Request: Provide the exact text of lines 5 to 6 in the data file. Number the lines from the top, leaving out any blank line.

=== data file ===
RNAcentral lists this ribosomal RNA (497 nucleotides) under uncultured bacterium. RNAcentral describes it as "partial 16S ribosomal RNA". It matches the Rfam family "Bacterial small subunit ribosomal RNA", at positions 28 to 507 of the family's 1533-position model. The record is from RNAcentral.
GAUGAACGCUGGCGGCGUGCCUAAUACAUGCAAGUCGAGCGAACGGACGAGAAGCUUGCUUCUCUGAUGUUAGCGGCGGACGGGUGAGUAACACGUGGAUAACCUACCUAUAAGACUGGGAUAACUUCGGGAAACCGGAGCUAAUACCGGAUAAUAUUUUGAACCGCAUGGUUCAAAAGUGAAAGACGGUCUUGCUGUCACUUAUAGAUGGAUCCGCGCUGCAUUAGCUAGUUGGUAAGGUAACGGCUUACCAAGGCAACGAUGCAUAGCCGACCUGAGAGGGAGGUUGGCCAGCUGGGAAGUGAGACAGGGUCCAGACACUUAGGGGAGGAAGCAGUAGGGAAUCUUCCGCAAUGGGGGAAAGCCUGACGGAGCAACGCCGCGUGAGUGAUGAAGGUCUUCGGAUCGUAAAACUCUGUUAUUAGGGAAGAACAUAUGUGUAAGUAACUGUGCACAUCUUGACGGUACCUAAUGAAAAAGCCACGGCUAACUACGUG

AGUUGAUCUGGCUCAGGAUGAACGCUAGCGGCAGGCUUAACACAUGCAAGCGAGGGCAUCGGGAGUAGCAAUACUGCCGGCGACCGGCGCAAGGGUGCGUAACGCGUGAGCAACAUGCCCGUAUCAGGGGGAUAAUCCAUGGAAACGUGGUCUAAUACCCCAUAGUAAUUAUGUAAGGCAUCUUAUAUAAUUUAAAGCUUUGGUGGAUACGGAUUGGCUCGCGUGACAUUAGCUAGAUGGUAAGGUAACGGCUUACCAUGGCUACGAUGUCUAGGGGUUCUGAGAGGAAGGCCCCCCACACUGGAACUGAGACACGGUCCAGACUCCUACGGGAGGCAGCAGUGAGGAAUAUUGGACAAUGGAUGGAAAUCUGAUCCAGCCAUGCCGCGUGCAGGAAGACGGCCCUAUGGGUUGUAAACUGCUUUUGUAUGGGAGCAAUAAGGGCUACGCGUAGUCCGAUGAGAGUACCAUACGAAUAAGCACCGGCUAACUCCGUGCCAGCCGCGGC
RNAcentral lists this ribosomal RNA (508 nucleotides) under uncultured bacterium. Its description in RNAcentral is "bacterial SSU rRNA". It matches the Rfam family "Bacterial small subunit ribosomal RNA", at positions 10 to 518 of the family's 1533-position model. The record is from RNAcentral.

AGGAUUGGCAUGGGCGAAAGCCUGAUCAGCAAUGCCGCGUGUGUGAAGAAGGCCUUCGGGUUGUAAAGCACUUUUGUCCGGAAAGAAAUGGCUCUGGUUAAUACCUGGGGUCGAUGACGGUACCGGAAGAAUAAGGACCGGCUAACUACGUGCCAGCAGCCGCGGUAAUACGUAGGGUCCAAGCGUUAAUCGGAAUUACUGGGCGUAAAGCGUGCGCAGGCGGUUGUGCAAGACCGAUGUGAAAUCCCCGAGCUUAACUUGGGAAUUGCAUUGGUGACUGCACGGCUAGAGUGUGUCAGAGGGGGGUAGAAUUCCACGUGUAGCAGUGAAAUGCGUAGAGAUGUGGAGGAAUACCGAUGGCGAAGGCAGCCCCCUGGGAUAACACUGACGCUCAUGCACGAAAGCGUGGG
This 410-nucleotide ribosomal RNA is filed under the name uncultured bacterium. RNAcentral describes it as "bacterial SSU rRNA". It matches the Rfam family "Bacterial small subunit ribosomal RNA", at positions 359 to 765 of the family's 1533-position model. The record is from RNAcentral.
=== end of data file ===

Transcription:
AGGAUUGGCAUGGGCGAAAGCCUGAUCAGCAAUGCCGCGUGUGUGAAGAAGGCCUUCGGGUUGUAAAGCACUUUUGUCCGGAAAGAAAUGGCUCUGGUUAAUACCUGGGGUCGAUGACGGUACCGGAAGAAUAAGGACCGGCUAACUACGUGCCAGCAGCCGCGGUAAUACGUAGGGUCCAAGCGUUAAUCGGAAUUACUGGGCGUAAAGCGUGCGCAGGCGGUUGUGCAAGACCGAUGUGAAAUCCCCGAGCUUAACUUGGGAAUUGCAUUGGUGACUGCACGGCUAGAGUGUGUCAGAGGGGGGUAGAAUUCCACGUGUAGCAGUGAAAUGCGUAGAGAUGUGGAGGAAUACCGAUGGCGAAGGCAGCCCCCUGGGAUAACACUGACGCUCAUGCACGAAAGCGUGGG
This 410-nucleotide ribosomal RNA is filed under the name uncultured bacterium. RNAcentral describes it as "bacterial SSU rRNA". It matches the Rfam family "Bacterial small subunit ribosomal RNA", at positions 359 to 765 of the family's 1533-position model. The record is from RNAcentral.